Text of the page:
As product recalls have become more common, customers’ knowledge about potential hazards — and their motivation to verify whether the products they buy are safe — have been on the rise. Today, consumers have access to many tools that allow them to test the safety of merchandise. A simple web search on a popular search engine for “test toys for lead” resulted in more than 27 million hits, including links to websites selling or displaying information about: 

  • Testing kits to identify lead and other hazards.
  • Legislation such as the United Kingdom’s restriction of Hazardous Substances and Waste Electrical and Electronic Equipment directives, and California’s Proposition 65 safe drinking water program.
  • Companies offering services to perform testing.
  • Step-by-step directions (including photographs) on the proper testing procedures.
  • Articles on recalls and how to keep children safe.

Company-Branded Merchandise – Even More Concerns

Most major retailers offer company-branded merchandise, which is usually advertised as equal to or better than a comparable national brand. That assertion — “equal to or better than” — is what companies need to support. For the sake of a company’s reputation, ensuring the safety of branded products is essential because the company’s name is tied to the product.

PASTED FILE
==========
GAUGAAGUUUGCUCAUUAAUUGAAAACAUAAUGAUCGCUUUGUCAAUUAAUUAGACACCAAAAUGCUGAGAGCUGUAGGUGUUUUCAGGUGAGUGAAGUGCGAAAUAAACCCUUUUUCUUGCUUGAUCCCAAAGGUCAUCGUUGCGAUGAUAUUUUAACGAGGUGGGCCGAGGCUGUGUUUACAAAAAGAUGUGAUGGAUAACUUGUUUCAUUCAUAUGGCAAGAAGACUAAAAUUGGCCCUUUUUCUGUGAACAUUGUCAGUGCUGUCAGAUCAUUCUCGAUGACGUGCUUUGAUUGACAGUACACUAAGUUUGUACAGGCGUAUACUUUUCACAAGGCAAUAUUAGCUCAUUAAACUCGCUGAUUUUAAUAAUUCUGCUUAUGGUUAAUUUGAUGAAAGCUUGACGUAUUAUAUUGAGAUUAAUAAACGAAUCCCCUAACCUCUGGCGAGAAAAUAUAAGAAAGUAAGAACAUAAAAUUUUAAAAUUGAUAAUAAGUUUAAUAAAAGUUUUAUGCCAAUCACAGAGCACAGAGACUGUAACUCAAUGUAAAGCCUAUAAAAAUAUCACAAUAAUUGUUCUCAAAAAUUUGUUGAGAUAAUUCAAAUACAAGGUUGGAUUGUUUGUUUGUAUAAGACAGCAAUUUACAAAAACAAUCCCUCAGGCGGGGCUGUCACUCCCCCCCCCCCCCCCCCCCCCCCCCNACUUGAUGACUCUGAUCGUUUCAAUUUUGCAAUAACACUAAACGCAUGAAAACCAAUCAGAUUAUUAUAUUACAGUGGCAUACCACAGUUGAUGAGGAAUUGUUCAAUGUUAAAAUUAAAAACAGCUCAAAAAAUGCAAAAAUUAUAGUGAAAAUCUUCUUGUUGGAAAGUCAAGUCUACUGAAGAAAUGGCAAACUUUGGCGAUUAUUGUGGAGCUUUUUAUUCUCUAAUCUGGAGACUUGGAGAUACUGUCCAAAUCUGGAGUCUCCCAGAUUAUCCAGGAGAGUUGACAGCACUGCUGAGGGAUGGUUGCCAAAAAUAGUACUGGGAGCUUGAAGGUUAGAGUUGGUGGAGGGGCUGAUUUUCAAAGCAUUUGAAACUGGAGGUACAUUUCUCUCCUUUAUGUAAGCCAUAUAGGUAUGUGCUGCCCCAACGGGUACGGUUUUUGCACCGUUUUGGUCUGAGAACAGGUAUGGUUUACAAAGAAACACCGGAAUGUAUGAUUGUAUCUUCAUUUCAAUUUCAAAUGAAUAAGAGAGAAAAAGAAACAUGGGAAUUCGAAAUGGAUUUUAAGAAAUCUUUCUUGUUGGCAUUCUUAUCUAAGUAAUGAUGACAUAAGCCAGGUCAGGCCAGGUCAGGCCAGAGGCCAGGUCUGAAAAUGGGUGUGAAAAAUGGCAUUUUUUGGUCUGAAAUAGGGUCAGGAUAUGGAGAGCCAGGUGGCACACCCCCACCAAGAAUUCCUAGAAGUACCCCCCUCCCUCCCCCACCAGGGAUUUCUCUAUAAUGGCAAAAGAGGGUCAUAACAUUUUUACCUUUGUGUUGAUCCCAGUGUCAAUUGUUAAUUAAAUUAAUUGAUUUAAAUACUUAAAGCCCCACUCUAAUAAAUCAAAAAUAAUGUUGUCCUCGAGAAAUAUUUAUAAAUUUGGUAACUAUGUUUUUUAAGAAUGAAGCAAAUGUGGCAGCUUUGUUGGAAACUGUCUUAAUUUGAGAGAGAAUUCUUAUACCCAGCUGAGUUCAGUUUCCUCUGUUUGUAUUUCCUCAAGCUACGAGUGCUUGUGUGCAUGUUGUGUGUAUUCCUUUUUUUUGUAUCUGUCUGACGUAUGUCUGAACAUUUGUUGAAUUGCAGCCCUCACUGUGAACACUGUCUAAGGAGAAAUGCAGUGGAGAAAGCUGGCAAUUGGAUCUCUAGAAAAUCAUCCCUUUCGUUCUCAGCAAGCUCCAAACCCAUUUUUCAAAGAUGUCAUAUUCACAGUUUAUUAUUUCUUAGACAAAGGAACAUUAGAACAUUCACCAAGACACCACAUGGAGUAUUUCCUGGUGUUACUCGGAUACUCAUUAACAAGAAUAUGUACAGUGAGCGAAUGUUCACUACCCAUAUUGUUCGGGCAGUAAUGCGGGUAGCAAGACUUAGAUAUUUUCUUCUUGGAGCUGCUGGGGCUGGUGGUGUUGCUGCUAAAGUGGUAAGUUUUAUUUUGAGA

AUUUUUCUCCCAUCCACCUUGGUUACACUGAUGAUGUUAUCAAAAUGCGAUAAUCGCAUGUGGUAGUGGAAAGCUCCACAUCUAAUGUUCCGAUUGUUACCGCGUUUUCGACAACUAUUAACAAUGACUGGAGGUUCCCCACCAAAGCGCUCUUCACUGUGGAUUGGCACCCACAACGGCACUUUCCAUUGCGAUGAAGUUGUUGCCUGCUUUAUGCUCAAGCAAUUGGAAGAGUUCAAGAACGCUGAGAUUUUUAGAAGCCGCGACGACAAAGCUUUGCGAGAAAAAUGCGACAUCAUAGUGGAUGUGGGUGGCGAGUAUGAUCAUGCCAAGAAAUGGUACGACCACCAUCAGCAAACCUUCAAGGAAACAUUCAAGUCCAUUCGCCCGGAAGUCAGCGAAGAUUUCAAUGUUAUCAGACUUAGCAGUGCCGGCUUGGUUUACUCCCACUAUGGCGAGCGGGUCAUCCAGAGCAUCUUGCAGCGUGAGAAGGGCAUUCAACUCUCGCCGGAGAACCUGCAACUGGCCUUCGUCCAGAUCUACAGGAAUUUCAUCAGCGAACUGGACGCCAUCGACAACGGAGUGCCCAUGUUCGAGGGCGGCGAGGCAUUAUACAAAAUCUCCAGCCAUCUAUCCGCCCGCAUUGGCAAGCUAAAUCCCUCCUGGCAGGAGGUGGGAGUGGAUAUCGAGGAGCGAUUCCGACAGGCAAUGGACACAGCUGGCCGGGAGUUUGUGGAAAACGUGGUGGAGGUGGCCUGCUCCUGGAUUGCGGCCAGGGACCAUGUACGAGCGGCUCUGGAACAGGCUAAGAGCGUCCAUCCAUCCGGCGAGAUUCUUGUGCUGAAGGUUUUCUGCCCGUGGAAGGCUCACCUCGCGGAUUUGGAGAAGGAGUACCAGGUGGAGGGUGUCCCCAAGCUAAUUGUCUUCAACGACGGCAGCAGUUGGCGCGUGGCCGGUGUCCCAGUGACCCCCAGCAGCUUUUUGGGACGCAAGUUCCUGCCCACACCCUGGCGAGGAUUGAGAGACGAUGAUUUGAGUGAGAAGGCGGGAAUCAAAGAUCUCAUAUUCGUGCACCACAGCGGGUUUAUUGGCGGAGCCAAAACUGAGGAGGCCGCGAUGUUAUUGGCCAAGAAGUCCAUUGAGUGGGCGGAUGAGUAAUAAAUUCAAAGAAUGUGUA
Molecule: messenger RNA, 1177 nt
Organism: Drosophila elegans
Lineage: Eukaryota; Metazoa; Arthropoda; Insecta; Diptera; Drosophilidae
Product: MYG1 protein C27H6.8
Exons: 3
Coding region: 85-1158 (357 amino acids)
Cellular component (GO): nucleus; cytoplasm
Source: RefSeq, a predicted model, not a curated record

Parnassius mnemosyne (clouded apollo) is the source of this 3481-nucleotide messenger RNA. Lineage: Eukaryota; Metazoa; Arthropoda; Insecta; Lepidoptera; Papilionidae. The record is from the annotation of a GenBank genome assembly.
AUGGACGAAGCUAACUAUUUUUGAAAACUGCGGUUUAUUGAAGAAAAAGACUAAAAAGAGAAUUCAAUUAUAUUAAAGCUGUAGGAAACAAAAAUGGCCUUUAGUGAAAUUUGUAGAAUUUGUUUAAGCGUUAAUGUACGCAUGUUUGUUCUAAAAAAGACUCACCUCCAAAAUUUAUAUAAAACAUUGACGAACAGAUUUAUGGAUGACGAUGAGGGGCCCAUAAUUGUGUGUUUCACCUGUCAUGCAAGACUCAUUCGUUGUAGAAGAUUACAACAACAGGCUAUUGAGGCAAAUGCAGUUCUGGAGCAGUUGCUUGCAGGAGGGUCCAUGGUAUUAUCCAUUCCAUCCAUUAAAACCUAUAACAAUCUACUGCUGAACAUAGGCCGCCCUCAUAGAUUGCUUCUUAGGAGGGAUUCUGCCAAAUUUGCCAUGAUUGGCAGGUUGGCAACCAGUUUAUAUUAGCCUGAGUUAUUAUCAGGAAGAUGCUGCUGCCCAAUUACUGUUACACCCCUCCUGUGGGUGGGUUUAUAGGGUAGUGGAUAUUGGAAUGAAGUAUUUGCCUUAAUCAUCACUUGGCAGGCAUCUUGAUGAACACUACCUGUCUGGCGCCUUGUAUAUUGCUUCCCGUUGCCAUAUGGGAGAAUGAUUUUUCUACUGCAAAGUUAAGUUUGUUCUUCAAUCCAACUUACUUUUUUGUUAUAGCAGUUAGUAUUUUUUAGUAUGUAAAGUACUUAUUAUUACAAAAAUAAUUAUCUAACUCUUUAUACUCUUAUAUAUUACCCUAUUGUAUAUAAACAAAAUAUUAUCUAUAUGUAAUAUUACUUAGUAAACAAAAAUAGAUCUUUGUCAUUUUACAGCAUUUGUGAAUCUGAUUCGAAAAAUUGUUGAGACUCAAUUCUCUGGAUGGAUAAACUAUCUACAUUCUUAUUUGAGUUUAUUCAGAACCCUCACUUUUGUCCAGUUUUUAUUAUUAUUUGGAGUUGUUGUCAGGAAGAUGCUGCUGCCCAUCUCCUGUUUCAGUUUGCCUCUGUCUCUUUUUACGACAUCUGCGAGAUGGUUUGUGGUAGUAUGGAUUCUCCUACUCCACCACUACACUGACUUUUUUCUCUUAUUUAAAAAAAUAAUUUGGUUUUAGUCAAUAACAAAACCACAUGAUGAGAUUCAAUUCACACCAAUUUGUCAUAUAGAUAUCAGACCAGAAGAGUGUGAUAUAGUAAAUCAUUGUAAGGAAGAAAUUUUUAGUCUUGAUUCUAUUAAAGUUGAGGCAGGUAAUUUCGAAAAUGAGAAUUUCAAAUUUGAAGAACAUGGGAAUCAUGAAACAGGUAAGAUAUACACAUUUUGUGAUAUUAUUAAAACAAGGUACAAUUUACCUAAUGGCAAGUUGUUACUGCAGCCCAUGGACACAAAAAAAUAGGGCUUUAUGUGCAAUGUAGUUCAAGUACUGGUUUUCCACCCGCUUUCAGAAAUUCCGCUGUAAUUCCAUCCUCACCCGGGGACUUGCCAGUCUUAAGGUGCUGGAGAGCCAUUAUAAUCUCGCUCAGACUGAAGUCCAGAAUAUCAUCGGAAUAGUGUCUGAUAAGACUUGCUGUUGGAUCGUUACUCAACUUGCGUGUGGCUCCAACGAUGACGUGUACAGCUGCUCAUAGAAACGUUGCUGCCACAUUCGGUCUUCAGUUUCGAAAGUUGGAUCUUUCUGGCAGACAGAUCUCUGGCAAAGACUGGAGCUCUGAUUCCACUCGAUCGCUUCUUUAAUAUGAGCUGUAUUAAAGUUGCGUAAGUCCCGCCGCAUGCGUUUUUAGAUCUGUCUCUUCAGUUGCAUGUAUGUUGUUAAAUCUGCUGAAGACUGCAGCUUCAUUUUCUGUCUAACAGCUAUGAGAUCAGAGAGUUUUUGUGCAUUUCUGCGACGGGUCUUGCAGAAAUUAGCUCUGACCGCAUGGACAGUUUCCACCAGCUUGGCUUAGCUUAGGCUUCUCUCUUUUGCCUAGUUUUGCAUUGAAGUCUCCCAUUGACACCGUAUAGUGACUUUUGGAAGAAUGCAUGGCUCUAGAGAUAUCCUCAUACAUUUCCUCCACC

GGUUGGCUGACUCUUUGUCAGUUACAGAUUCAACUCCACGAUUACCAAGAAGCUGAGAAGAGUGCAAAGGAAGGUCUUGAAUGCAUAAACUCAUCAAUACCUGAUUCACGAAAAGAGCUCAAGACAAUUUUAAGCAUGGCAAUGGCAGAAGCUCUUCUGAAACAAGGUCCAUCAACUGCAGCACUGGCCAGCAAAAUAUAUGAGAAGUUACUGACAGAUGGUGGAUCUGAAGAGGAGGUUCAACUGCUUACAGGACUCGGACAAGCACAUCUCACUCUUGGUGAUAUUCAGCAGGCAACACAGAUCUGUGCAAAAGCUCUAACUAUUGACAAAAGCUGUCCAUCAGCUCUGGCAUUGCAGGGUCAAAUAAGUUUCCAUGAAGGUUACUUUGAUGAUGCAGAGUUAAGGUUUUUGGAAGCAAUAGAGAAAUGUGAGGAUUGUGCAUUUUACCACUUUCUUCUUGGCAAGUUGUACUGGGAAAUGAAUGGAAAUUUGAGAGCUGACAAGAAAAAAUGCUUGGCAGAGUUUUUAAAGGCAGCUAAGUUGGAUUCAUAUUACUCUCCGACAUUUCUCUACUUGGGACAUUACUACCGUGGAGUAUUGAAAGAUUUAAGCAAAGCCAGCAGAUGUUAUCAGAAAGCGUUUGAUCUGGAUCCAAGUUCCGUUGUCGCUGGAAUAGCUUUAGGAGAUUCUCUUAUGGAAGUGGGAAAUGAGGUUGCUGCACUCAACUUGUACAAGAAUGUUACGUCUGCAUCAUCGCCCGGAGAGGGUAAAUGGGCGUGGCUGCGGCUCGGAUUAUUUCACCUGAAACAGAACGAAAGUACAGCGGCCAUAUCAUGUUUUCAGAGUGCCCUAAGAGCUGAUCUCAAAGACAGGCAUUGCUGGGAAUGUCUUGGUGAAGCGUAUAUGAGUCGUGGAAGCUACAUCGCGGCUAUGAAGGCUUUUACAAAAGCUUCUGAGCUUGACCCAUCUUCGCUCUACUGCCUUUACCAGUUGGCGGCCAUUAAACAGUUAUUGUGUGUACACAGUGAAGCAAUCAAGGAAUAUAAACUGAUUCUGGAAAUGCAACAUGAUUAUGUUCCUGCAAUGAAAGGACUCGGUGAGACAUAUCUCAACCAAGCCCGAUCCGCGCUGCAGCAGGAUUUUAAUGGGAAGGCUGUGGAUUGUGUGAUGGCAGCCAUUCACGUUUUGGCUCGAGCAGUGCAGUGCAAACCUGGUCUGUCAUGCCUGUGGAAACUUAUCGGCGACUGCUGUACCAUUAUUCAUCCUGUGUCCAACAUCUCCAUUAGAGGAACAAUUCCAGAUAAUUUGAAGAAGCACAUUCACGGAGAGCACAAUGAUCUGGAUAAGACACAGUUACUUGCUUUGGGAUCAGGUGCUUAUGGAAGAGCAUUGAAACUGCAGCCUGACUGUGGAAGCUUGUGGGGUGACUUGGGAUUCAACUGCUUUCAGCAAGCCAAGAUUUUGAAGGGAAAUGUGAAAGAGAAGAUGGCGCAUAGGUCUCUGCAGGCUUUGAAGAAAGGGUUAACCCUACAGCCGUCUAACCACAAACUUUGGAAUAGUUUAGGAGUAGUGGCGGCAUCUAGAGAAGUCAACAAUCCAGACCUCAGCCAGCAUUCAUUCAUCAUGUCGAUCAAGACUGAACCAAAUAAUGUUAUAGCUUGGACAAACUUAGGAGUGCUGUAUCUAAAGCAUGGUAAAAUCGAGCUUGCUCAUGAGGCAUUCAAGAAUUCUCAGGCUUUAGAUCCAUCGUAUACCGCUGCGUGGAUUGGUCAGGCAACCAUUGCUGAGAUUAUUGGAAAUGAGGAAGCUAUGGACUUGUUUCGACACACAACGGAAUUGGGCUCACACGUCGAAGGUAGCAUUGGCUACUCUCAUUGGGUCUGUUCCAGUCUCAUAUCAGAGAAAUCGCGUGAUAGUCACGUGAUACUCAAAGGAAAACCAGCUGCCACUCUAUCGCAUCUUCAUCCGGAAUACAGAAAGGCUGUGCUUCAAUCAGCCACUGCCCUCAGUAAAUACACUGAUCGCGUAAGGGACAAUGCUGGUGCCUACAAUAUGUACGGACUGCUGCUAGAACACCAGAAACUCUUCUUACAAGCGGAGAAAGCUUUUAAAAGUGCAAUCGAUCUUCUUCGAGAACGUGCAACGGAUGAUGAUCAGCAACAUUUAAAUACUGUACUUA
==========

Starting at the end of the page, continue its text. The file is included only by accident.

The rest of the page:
Companies should take the precaution of performing quality assessment testing, which analyzes merchandise for adherence to standards.

Examples include examining trail mix for the appropriate product mixture, evaluating lotion for the right viscosity, testing clothes for tear resistance, reviewing the physical safety of products (e.g., evaluating whether an item has sharp edges), and evaluating many other qualities that allow for product confidence and comparison to national brands.

This testing gives companies the comfort of knowing they have testing certification from a third party that has compared their product to the national brand. This proof of testing may help a company combat a lawsuit contesting that the product is inferior to the national brand.